As we are at the beginning of sexual assault awareness month, many are starting to share various resources and personal stories regarding sexual assault. 

When thinking of sexual assault, one might think of a female relative or loved one who has experienced sexual violence. Others might think of the overwhelming statistics regarding the number of women who have been sexually assaulted.

Although such resources and education are helpful, many of them are catered only to women. 

This can invalidate men who have experienced sexual assault, which is beyond damaging. 

Despite contrary beliefs, men are just as entitled as women are to resources for sexual assault. Yes, it is true that a greater percentage of women are victims of sexual assault, but the fact remains that men can be victims too.

The U.S. Department of Justice says that an estimated 91 percent of victims of rape & sexual assault are female and 9 percent male. Nearly 99 percent of perpetrators are male.

One must remember that this statistic only covers the cases that were reported, which is significantly lower in males than it is for females

The Journal of Interpersonal Violence says, nearly 25 percent of undergrad women and transgendered people, and five percent of men, report sexual assault—numbers that are likely underreports by both victims and institutions.

Additionally, fredonia.edu says, “Furthermore, it is estimated that male survivors report sexual assault and abuse even less frequently than female survivors.” 

The same patriarchal system that encourages sexual violence and discourages women from reporting also enforces toxic gender roles that prevent men from coming forward. 

Many choose to invalidate male victims by making comments along the lines of I bet he enjoyed it or A real man would not complain. Unfortunately, these statements are justified by age-old systems that categorize men as aggressors, as well as systems that always label perpetrators as men. 

Although men can experience sexual assault from a female, they also can be assaulted by another male.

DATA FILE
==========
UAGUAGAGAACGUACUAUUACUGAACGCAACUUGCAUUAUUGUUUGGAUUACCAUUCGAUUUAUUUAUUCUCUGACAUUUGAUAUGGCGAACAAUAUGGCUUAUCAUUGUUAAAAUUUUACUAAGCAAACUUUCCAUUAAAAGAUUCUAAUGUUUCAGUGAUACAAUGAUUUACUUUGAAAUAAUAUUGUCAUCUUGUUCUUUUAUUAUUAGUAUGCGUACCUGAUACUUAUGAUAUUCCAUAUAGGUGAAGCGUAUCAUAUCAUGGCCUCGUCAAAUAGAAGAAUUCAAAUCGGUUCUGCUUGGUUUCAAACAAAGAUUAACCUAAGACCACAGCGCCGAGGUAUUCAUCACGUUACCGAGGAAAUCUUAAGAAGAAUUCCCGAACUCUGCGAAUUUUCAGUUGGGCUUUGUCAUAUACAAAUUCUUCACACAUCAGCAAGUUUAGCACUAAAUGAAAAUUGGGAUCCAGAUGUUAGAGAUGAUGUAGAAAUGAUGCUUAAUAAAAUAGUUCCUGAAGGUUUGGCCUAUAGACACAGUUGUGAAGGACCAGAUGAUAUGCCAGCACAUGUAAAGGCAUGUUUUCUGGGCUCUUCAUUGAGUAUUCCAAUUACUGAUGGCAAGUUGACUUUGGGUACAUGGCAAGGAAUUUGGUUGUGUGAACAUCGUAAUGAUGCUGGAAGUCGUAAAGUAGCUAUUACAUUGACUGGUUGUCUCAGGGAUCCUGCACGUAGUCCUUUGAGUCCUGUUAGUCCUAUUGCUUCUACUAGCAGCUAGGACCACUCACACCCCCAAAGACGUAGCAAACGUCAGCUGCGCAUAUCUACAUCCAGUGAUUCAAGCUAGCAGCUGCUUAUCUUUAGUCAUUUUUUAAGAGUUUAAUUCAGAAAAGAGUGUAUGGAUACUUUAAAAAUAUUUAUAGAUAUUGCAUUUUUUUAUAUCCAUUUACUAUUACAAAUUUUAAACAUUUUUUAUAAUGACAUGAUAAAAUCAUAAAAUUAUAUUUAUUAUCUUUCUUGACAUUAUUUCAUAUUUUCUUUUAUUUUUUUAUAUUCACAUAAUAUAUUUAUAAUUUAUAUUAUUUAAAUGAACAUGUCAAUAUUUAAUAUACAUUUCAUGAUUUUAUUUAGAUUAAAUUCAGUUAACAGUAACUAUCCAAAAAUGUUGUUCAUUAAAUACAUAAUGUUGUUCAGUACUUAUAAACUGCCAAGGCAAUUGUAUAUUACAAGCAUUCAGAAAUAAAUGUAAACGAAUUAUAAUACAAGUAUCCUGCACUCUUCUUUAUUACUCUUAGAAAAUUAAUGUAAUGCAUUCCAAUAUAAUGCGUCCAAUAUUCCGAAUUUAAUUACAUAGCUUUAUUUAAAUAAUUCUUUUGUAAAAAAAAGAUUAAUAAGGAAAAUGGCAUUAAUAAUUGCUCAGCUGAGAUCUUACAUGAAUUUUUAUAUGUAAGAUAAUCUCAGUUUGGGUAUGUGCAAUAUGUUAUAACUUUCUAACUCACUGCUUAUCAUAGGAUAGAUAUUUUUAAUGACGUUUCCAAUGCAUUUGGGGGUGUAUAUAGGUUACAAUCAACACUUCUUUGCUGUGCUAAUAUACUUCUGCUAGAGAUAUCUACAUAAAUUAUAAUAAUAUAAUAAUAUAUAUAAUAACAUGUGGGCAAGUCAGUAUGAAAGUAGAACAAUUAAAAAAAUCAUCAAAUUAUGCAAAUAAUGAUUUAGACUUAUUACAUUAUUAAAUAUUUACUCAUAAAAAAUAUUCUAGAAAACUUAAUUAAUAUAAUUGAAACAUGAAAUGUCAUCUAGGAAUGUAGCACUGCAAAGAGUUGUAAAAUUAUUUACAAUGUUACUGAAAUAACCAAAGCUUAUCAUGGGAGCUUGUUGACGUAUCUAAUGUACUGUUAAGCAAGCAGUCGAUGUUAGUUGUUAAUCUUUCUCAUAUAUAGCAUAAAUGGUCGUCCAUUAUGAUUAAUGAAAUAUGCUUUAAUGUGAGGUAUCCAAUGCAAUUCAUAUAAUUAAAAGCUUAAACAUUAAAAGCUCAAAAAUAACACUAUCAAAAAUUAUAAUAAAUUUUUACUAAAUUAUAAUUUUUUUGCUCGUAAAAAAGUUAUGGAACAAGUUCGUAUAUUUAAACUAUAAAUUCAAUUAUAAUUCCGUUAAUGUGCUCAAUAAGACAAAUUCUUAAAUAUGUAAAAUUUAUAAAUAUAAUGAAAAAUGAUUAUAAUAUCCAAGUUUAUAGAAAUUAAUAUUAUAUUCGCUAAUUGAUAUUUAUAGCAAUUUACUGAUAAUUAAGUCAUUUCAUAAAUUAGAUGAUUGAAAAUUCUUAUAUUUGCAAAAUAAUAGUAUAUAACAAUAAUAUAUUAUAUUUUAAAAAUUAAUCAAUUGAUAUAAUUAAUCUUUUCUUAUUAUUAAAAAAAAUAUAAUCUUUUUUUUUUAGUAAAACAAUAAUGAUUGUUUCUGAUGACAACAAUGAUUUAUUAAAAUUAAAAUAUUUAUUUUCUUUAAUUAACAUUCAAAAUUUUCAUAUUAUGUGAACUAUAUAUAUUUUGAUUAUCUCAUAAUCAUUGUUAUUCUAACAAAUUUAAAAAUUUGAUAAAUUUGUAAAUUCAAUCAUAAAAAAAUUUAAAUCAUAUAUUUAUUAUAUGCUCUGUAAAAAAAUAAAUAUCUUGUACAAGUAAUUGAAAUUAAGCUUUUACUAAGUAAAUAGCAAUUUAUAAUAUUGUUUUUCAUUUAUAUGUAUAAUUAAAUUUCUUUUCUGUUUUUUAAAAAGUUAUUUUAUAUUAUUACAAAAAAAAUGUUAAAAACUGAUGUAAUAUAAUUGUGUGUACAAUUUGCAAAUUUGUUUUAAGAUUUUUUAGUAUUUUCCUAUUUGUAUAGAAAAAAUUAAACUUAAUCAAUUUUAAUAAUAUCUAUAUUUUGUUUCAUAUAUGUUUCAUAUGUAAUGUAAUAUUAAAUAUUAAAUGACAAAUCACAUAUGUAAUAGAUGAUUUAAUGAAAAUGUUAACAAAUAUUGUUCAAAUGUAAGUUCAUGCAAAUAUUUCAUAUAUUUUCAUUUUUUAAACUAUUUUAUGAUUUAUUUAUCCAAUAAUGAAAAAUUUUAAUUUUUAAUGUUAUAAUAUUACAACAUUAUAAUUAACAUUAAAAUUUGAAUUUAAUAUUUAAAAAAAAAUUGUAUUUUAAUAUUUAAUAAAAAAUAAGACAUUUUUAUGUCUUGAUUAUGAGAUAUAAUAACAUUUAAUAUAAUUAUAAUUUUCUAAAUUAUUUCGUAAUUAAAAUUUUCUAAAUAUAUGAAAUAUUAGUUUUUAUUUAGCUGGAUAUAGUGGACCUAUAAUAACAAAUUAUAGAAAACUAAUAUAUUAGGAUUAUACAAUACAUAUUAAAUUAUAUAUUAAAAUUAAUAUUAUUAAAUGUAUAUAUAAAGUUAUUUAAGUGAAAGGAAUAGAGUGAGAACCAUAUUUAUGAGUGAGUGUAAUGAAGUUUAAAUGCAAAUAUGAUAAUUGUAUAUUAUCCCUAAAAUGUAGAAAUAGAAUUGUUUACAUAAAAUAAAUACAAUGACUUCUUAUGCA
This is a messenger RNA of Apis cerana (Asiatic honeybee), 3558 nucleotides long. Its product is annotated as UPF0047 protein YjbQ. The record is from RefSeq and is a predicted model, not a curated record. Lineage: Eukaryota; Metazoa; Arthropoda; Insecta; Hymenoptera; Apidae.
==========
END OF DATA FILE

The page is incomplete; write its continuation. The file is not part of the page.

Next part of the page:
Washington Adventist University says that more than 86 percent of male survivors are sexually abused by another male. That is not to say, however, that we should overlook boys or men who are victimized by females. 

In addition to toxic gender roles, homophobia also discourages male survivors from reporting as many do not provide as many resources, support or validation to men, especially homosexual men, who are assaulted by another man.

The Journal of Sex Research says, participants held themselves responsible for needing to be more assertive within sexual encounters to avoid coercion. Many believed that unwanted sex is unavoidable among men who have sex with men: if ‘you are gay, it’s just what happens.”

Individuals should seriously consider eliminating their biases and provide support for all victims of sexual assault, not just women. One’s sexuality does not and should not determine the legitimacy of his or her experience, nor should it determine the level of support and resources one is able to use. 

If our society is to successfully address sexual violence, we must consider how prejudice and discrimination affect victims of sexual violence. Our society invalidates both women and men in their experiences with sexual assault, and more support, if any, is given preference to heterosexual individuals. 

Men deserve support, Men are entitled to be represented in statistical reports as well as in the distribution of resources. One’s gender or sexual orientation does not determine whether or not he or she will be a victim of sexual assault. 

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